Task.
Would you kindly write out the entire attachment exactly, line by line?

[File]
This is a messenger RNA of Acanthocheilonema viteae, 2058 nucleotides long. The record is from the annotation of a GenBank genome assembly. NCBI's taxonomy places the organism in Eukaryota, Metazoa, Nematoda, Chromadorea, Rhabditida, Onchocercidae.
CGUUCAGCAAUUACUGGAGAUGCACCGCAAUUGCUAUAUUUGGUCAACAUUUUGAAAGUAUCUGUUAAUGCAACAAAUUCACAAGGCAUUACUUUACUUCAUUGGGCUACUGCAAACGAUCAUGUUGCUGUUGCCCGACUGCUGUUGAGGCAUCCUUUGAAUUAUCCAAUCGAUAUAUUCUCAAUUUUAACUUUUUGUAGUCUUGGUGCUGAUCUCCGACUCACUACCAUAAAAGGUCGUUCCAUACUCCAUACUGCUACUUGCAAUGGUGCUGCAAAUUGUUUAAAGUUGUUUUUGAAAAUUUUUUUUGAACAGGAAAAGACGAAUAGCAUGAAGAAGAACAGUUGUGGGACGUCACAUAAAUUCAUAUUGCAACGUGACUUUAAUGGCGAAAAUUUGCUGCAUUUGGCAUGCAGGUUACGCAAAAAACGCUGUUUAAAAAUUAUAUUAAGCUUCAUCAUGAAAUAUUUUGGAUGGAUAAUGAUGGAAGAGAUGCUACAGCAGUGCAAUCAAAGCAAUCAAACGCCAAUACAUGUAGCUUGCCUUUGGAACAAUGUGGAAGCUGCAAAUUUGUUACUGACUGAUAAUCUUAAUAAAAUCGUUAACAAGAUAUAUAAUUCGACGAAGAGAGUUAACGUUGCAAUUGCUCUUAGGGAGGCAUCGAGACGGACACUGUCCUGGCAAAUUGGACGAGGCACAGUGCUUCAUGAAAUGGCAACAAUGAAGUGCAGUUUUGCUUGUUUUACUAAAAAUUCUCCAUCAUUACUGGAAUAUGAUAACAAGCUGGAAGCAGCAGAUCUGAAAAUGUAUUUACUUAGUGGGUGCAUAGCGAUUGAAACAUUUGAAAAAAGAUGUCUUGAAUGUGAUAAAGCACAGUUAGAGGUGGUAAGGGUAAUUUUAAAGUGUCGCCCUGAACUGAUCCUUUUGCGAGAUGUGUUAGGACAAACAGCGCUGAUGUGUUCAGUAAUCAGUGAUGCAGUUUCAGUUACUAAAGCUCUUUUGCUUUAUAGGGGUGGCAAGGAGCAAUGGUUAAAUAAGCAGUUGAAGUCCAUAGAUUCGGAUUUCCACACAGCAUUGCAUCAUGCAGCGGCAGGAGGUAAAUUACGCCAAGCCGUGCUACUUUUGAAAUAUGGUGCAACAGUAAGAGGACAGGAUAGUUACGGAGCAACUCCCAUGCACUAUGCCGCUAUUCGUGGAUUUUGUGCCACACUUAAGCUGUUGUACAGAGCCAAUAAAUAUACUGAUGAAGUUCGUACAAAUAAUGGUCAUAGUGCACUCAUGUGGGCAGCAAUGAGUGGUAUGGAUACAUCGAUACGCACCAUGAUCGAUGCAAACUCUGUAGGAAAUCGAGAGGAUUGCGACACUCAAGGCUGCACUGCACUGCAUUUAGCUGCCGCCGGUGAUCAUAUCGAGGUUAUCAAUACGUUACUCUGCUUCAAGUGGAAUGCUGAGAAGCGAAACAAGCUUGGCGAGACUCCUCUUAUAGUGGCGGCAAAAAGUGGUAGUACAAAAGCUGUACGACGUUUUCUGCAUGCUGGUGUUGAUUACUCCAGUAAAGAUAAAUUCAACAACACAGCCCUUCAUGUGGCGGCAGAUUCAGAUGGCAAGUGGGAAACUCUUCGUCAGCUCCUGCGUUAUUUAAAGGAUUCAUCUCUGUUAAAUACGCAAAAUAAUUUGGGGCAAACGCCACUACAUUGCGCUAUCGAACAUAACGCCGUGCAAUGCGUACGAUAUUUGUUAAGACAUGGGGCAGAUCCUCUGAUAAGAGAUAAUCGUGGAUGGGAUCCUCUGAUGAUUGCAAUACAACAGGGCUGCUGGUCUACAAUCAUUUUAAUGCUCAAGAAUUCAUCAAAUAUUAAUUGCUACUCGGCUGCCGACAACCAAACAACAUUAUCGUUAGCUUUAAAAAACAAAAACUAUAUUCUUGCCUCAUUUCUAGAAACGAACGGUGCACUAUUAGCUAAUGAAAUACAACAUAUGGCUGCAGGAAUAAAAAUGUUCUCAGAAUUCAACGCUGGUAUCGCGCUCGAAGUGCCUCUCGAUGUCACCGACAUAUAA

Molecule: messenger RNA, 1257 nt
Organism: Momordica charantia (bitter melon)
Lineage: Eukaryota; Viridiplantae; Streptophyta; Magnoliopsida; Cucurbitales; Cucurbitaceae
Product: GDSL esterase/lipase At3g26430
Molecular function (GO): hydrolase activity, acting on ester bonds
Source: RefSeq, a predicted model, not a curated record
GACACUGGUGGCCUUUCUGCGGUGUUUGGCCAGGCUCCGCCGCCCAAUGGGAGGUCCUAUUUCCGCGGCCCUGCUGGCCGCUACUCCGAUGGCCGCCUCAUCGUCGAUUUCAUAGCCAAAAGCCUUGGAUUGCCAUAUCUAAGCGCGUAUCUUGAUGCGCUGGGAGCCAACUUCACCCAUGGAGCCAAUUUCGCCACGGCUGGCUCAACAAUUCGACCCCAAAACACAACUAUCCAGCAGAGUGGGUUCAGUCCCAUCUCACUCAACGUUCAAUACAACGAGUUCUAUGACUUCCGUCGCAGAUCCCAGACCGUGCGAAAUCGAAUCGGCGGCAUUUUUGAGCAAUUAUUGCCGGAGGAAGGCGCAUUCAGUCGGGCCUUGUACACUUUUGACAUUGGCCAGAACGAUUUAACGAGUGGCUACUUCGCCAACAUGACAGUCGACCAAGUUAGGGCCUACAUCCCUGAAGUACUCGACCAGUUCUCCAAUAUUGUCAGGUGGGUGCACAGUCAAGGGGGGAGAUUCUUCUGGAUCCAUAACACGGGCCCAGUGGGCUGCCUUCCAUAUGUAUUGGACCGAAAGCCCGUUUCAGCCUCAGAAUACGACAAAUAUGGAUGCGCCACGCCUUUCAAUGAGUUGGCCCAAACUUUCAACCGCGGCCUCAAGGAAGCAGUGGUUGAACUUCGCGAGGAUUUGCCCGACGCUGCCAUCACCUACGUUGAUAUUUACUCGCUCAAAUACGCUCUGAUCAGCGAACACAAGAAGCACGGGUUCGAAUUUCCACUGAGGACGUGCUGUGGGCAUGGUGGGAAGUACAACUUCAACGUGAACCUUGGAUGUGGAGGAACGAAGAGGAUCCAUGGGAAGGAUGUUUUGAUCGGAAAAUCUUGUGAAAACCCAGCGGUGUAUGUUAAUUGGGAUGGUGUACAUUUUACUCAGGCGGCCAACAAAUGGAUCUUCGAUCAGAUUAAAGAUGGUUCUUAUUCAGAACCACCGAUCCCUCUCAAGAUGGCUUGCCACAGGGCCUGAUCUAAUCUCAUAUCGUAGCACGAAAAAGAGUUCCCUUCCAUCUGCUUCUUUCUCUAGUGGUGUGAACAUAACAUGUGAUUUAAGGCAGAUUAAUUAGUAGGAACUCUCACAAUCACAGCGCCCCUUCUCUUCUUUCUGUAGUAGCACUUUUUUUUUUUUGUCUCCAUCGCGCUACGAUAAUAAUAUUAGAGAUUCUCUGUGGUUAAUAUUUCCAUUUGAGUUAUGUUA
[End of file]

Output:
This is a messenger RNA of Acanthocheilonema viteae, 2058 nucleotides long. The record is from the annotation of a GenBank genome assembly. NCBI's taxonomy places the organism in Eukaryota, Metazoa, Nematoda, Chromadorea, Rhabditida, Onchocercidae.
CGUUCAGCAAUUACUGGAGAUGCACCGCAAUUGCUAUAUUUGGUCAACAUUUUGAAAGUAUCUGUUAAUGCAACAAAUUCACAAGGCAUUACUUUACUUCAUUGGGCUACUGCAAACGAUCAUGUUGCUGUUGCCCGACUGCUGUUGAGGCAUCCUUUGAAUUAUCCAAUCGAUAUAUUCUCAAUUUUAACUUUUUGUAGUCUUGGUGCUGAUCUCCGACUCACUACCAUAAAAGGUCGUUCCAUACUCCAUACUGCUACUUGCAAUGGUGCUGCAAAUUGUUUAAAGUUGUUUUUGAAAAUUUUUUUUGAACAGGAAAAGACGAAUAGCAUGAAGAAGAACAGUUGUGGGACGUCACAUAAAUUCAUAUUGCAACGUGACUUUAAUGGCGAAAAUUUGCUGCAUUUGGCAUGCAGGUUACGCAAAAAACGCUGUUUAAAAAUUAUAUUAAGCUUCAUCAUGAAAUAUUUUGGAUGGAUAAUGAUGGAAGAGAUGCUACAGCAGUGCAAUCAAAGCAAUCAAACGCCAAUACAUGUAGCUUGCCUUUGGAACAAUGUGGAAGCUGCAAAUUUGUUACUGACUGAUAAUCUUAAUAAAAUCGUUAACAAGAUAUAUAAUUCGACGAAGAGAGUUAACGUUGCAAUUGCUCUUAGGGAGGCAUCGAGACGGACACUGUCCUGGCAAAUUGGACGAGGCACAGUGCUUCAUGAAAUGGCAACAAUGAAGUGCAGUUUUGCUUGUUUUACUAAAAAUUCUCCAUCAUUACUGGAAUAUGAUAACAAGCUGGAAGCAGCAGAUCUGAAAAUGUAUUUACUUAGUGGGUGCAUAGCGAUUGAAACAUUUGAAAAAAGAUGUCUUGAAUGUGAUAAAGCACAGUUAGAGGUGGUAAGGGUAAUUUUAAAGUGUCGCCCUGAACUGAUCCUUUUGCGAGAUGUGUUAGGACAAACAGCGCUGAUGUGUUCAGUAAUCAGUGAUGCAGUUUCAGUUACUAAAGCUCUUUUGCUUUAUAGGGGUGGCAAGGAGCAAUGGUUAAAUAAGCAGUUGAAGUCCAUAGAUUCGGAUUUCCACACAGCAUUGCAUCAUGCAGCGGCAGGAGGUAAAUUACGCCAAGCCGUGCUACUUUUGAAAUAUGGUGCAACAGUAAGAGGACAGGAUAGUUACGGAGCAACUCCCAUGCACUAUGCCGCUAUUCGUGGAUUUUGUGCCACACUUAAGCUGUUGUACAGAGCCAAUAAAUAUACUGAUGAAGUUCGUACAAAUAAUGGUCAUAGUGCACUCAUGUGGGCAGCAAUGAGUGGUAUGGAUACAUCGAUACGCACCAUGAUCGAUGCAAACUCUGUAGGAAAUCGAGAGGAUUGCGACACUCAAGGCUGCACUGCACUGCAUUUAGCUGCCGCCGGUGAUCAUAUCGAGGUUAUCAAUACGUUACUCUGCUUCAAGUGGAAUGCUGAGAAGCGAAACAAGCUUGGCGAGACUCCUCUUAUAGUGGCGGCAAAAAGUGGUAGUACAAAAGCUGUACGACGUUUUCUGCAUGCUGGUGUUGAUUACUCCAGUAAAGAUAAAUUCAACAACACAGCCCUUCAUGUGGCGGCAGAUUCAGAUGGCAAGUGGGAAACUCUUCGUCAGCUCCUGCGUUAUUUAAAGGAUUCAUCUCUGUUAAAUACGCAAAAUAAUUUGGGGCAAACGCCACUACAUUGCGCUAUCGAACAUAACGCCGUGCAAUGCGUACGAUAUUUGUUAAGACAUGGGGCAGAUCCUCUGAUAAGAGAUAAUCGUGGAUGGGAUCCUCUGAUGAUUGCAAUACAACAGGGCUGCUGGUCUACAAUCAUUUUAAUGCUCAAGAAUUCAUCAAAUAUUAAUUGCUACUCGGCUGCCGACAACCAAACAACAUUAUCGUUAGCUUUAAAAAACAAAAACUAUAUUCUUGCCUCAUUUCUAGAAACGAACGGUGCACUAUUAGCUAAUGAAAUACAACAUAUGGCUGCAGGAAUAAAAAUGUUCUCAGAAUUCAACGCUGGUAUCGCGCUCGAAGUGCCUCUCGAUGUCACCGACAUAUAA

Molecule: messenger RNA, 1257 nt
Organism: Momordica charantia (bitter melon)
Lineage: Eukaryota; Viridiplantae; Streptophyta; Magnoliopsida; Cucurbitales; Cucurbitaceae
Product: GDSL esterase/lipase At3g26430
Molecular function (GO): hydrolase activity, acting on ester bonds
Source: RefSeq, a predicted model, not a curated record
GACACUGGUGGCCUUUCUGCGGUGUUUGGCCAGGCUCCGCCGCCCAAUGGGAGGUCCUAUUUCCGCGGCCCUGCUGGCCGCUACUCCGAUGGCCGCCUCAUCGUCGAUUUCAUAGCCAAAAGCCUUGGAUUGCCAUAUCUAAGCGCGUAUCUUGAUGCGCUGGGAGCCAACUUCACCCAUGGAGCCAAUUUCGCCACGGCUGGCUCAACAAUUCGACCCCAAAACACAACUAUCCAGCAGAGUGGGUUCAGUCCCAUCUCACUCAACGUUCAAUACAACGAGUUCUAUGACUUCCGUCGCAGAUCCCAGACCGUGCGAAAUCGAAUCGGCGGCAUUUUUGAGCAAUUAUUGCCGGAGGAAGGCGCAUUCAGUCGGGCCUUGUACACUUUUGACAUUGGCCAGAACGAUUUAACGAGUGGCUACUUCGCCAACAUGACAGUCGACCAAGUUAGGGCCUACAUCCCUGAAGUACUCGACCAGUUCUCCAAUAUUGUCAGGUGGGUGCACAGUCAAGGGGGGAGAUUCUUCUGGAUCCAUAACACGGGCCCAGUGGGCUGCCUUCCAUAUGUAUUGGACCGAAAGCCCGUUUCAGCCUCAGAAUACGACAAAUAUGGAUGCGCCACGCCUUUCAAUGAGUUGGCCCAAACUUUCAACCGCGGCCUCAAGGAAGCAGUGGUUGAACUUCGCGAGGAUUUGCCCGACGCUGCCAUCACCUACGUUGAUAUUUACUCGCUCAAAUACGCUCUGAUCAGCGAACACAAGAAGCACGGGUUCGAAUUUCCACUGAGGACGUGCUGUGGGCAUGGUGGGAAGUACAACUUCAACGUGAACCUUGGAUGUGGAGGAACGAAGAGGAUCCAUGGGAAGGAUGUUUUGAUCGGAAAAUCUUGUGAAAACCCAGCGGUGUAUGUUAAUUGGGAUGGUGUACAUUUUACUCAGGCGGCCAACAAAUGGAUCUUCGAUCAGAUUAAAGAUGGUUCUUAUUCAGAACCACCGAUCCCUCUCAAGAUGGCUUGCCACAGGGCCUGAUCUAAUCUCAUAUCGUAGCACGAAAAAGAGUUCCCUUCCAUCUGCUUCUUUCUCUAGUGGUGUGAACAUAACAUGUGAUUUAAGGCAGAUUAAUUAGUAGGAACUCUCACAAUCACAGCGCCCCUUCUCUUCUUUCUGUAGUAGCACUUUUUUUUUUUUGUCUCCAUCGCGCUACGAUAAUAAUAUUAGAGAUUCUCUGUGGUUAAUAUUUCCAUUUGAGUUAUGUUA